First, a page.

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China’s economy won’t be riding to the rescue for oil producers any time soon

China’s gas prices aren’t anything to smile about.
By Adam Pasick, Steve LeVine
Published Last updated This article is more than 2 years old.

The price of Brent crude oil briefly dipped below the psychologically important $50-per-barrel mark in early trading today, extending its recent rout. And for any suffering oil-producing countries that are hoping that China’s energy-intensive economy might provide some relief: don’t hold your breath.

Analysts at Citigroup say that while demand for oil may pick up in China, growth in the country’s oil imports will be slower than usual—just over 3% this year, versus nearly 9% last year. “Anyone hoping for China to drive a rebound in oil prices is likely to be disappointed,” they wrote in a research note.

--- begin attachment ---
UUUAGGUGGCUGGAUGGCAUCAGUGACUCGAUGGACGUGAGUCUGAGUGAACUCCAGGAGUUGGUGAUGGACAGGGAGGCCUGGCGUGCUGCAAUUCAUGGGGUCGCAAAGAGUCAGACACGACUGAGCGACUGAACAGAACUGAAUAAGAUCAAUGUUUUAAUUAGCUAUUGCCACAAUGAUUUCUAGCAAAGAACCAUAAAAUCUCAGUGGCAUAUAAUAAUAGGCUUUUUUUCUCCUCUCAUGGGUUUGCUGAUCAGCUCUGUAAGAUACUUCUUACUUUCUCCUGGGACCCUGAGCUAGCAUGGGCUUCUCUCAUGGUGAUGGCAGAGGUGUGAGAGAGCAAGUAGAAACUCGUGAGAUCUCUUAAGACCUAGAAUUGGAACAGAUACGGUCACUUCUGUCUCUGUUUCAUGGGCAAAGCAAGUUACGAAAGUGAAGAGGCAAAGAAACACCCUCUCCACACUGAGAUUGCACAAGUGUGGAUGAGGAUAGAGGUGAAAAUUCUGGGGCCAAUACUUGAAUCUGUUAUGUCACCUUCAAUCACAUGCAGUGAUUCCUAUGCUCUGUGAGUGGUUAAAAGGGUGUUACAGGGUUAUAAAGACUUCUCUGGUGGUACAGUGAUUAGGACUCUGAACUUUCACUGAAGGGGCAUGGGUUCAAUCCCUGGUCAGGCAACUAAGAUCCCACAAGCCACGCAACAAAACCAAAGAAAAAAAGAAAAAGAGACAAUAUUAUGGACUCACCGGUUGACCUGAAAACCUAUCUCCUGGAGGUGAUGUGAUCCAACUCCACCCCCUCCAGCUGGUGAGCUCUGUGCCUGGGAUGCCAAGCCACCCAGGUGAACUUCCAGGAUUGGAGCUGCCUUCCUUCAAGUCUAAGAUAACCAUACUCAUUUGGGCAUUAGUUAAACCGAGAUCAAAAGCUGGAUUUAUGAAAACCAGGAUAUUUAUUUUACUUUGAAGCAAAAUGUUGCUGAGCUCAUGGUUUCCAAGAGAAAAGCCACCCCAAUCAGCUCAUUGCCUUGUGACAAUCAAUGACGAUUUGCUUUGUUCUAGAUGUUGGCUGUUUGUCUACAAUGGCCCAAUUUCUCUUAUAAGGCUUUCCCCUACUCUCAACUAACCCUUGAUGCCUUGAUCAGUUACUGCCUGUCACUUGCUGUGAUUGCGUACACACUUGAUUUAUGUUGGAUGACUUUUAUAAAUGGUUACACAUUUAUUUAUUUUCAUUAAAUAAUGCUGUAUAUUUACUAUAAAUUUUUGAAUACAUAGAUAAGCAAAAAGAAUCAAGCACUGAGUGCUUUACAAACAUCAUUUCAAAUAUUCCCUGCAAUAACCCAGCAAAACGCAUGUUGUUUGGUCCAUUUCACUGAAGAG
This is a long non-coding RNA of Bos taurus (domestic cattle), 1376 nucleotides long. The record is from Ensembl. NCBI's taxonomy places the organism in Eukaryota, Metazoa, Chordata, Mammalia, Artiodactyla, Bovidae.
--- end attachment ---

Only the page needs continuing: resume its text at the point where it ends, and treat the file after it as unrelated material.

One reason is that China’s oil prices are experiencing a significant lag relative to the global market, due to strategic and commercial stockpiling, along with a slower build-out of refining capacity in 2014. That means that the low global prices aren’t stimulating China’s domestic demand as much as they might have otherwise.

The Chinese government is ultimately responsible for the lag in lowering oil-product prices—unlike in the United States, where lower crude oil prices have quickly translated to lower prices at the pump for consumers. Beijing may be motivated to help the country’s struggling refineries, including those run by state-run oil giant Sinopec. As Quartz reported in 2013 when prices were still high, government controls give state-run refineries a certain amount security in the event of falling oil prices.

Ultimately, Citibank concludes that lower prices will benefit the Chinese economy to the tune of $112 billion, equivalent to a stimulus of about 1.1% of GDP. But by the time lower prices have their effect, it may be too late for beleaguered oil producers.

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